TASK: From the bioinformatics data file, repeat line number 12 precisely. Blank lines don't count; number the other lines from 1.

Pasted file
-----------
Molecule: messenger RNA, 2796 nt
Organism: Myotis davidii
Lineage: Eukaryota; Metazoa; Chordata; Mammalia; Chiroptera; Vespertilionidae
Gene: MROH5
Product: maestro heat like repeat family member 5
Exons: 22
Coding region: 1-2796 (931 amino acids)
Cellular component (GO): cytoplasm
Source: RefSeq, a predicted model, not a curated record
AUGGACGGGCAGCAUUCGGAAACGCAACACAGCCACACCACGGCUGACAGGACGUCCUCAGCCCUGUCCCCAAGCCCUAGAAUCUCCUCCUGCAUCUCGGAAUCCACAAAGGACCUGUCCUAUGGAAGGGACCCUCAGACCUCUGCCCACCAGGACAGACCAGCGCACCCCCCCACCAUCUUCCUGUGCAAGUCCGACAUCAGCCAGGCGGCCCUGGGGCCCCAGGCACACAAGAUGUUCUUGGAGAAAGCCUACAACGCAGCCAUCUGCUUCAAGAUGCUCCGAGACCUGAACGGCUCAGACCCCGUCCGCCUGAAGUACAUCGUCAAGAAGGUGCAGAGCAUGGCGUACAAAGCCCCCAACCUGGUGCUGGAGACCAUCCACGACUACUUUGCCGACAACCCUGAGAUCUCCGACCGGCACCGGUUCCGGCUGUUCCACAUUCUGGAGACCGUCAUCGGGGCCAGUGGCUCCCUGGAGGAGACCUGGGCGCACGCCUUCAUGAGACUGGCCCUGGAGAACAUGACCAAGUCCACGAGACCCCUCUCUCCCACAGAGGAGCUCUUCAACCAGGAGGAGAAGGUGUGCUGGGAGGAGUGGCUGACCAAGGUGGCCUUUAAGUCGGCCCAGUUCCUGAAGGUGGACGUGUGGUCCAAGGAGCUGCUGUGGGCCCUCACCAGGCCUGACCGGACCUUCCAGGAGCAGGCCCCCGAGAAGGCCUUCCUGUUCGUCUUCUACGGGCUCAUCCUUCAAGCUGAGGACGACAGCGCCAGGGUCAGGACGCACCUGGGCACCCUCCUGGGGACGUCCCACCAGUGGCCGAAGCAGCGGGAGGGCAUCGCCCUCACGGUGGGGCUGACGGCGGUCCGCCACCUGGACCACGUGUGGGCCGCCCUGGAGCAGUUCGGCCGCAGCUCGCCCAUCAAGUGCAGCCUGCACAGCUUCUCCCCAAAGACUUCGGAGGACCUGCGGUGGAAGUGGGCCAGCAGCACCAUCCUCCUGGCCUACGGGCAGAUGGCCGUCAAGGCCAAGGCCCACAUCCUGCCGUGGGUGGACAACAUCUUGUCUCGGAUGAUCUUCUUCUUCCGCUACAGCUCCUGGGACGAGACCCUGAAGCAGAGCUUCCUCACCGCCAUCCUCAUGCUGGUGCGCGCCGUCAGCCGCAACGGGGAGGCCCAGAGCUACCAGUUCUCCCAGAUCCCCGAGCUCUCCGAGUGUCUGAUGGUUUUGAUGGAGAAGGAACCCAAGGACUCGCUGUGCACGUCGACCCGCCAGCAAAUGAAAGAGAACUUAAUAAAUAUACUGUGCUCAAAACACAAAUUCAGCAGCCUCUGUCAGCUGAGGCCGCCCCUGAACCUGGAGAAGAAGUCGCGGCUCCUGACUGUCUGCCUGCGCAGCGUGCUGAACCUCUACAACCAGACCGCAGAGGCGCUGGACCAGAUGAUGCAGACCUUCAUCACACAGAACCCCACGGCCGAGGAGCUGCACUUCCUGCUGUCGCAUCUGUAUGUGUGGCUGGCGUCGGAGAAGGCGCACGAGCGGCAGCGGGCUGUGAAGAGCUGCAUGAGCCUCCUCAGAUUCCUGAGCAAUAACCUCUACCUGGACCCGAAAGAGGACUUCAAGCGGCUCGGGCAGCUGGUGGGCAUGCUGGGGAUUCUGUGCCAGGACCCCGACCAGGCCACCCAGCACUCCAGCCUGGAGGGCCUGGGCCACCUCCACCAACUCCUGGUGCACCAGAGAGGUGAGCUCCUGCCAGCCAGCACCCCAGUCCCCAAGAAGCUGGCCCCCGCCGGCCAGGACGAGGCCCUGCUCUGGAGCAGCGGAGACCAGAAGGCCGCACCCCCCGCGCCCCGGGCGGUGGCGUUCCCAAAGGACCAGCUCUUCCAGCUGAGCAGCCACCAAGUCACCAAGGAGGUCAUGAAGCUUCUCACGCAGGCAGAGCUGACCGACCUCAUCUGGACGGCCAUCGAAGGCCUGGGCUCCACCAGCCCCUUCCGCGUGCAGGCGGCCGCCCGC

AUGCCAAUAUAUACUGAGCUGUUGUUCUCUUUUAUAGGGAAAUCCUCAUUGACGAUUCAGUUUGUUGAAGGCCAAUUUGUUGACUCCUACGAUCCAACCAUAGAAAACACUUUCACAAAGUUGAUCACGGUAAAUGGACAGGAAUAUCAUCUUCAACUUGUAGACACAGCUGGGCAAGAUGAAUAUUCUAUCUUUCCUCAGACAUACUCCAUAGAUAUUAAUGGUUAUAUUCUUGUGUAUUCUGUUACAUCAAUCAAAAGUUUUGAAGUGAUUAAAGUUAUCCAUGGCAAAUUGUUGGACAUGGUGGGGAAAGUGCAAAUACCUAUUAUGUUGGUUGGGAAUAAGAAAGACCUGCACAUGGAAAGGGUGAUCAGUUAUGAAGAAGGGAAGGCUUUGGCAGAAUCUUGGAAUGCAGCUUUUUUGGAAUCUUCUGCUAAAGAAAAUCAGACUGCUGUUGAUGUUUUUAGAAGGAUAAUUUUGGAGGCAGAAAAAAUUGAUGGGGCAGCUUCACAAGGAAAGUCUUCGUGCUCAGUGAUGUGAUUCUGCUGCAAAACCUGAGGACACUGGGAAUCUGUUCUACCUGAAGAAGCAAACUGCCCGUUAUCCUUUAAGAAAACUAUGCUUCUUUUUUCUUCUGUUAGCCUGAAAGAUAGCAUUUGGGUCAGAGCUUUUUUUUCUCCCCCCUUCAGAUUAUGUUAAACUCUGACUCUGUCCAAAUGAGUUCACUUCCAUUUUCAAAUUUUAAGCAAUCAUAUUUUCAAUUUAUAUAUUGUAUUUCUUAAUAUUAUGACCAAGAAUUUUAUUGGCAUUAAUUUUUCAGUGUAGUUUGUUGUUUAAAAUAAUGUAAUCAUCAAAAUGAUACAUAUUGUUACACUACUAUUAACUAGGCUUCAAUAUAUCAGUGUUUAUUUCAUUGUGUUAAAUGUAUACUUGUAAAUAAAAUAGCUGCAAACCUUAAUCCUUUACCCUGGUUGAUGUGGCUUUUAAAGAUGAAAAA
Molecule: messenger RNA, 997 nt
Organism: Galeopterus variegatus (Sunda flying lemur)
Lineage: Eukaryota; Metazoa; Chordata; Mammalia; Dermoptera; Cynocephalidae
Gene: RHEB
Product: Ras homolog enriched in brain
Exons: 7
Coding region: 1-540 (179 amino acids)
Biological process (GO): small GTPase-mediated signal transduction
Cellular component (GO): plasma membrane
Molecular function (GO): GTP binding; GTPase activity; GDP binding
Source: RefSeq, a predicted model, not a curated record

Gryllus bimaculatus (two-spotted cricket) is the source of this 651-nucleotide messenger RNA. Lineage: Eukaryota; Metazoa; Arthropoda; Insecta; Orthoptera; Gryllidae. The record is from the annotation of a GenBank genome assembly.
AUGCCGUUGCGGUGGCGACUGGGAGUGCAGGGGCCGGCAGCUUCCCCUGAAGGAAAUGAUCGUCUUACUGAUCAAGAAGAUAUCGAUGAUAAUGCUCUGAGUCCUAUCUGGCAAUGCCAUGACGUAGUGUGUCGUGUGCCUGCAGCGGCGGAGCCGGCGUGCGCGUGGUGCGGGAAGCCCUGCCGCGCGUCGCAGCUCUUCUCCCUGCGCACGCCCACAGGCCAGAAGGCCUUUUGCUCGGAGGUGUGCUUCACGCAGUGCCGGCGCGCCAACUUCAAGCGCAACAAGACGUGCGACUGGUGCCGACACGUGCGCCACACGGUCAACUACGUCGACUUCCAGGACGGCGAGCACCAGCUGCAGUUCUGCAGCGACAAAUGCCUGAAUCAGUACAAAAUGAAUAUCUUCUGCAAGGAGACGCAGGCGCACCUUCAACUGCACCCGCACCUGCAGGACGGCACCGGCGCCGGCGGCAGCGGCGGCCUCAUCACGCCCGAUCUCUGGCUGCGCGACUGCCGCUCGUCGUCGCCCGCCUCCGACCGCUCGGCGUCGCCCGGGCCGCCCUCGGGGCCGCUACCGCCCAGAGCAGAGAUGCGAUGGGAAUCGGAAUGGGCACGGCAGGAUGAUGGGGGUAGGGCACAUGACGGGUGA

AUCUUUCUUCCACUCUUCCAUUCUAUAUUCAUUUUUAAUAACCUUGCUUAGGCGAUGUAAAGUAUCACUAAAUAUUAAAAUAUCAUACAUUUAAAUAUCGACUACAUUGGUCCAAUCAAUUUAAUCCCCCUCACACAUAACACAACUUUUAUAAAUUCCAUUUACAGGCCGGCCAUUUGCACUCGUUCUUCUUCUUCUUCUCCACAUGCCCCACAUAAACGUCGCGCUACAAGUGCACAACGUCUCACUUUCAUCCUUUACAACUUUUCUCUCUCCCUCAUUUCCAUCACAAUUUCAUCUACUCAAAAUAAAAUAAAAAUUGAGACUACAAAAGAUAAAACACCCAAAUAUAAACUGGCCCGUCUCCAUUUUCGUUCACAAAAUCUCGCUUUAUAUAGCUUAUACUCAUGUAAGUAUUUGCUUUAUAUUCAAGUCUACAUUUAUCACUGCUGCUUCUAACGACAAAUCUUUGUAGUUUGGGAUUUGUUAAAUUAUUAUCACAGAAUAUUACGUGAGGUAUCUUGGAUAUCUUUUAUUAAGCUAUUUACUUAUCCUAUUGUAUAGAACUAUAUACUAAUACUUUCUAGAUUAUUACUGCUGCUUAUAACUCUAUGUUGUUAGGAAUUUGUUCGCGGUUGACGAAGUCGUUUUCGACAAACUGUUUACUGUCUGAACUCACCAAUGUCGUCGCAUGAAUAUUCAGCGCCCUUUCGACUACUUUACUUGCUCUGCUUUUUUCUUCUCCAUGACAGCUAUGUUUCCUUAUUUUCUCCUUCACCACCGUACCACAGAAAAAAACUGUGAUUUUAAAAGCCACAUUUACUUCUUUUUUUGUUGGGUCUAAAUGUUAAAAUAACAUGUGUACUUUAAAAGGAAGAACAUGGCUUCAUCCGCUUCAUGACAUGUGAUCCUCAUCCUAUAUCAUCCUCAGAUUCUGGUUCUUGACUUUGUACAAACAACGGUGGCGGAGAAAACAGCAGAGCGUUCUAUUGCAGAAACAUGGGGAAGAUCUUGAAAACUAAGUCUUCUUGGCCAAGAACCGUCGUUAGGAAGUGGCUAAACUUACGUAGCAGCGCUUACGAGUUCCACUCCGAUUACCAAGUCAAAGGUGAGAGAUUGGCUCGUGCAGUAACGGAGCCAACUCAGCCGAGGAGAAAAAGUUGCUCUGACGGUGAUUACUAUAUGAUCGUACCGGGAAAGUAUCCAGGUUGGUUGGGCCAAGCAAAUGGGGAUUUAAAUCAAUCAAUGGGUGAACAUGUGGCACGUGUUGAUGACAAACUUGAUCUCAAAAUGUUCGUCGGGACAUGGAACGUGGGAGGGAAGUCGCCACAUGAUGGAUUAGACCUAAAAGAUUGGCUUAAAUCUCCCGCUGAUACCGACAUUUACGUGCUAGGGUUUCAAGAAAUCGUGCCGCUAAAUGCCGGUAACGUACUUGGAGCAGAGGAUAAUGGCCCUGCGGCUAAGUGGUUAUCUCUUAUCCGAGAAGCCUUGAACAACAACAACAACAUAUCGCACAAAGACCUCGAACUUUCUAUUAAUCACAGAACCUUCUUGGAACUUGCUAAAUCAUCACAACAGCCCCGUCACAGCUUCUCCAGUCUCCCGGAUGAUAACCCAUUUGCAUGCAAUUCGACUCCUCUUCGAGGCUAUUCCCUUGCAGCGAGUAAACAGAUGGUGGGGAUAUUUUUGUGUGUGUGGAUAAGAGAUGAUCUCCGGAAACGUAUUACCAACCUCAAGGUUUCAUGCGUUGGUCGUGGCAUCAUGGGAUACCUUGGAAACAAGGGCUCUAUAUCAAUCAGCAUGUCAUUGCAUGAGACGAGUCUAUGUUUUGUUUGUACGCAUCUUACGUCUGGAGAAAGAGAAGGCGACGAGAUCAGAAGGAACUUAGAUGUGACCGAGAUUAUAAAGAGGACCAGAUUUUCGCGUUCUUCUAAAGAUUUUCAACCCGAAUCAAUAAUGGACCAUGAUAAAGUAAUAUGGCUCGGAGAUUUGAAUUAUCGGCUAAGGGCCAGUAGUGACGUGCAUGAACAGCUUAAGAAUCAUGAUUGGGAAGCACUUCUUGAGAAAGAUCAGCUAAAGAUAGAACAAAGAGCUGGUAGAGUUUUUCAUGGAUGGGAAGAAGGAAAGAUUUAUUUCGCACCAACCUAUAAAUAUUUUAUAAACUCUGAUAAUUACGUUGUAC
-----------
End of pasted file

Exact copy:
Molecule: messenger RNA, 997 nt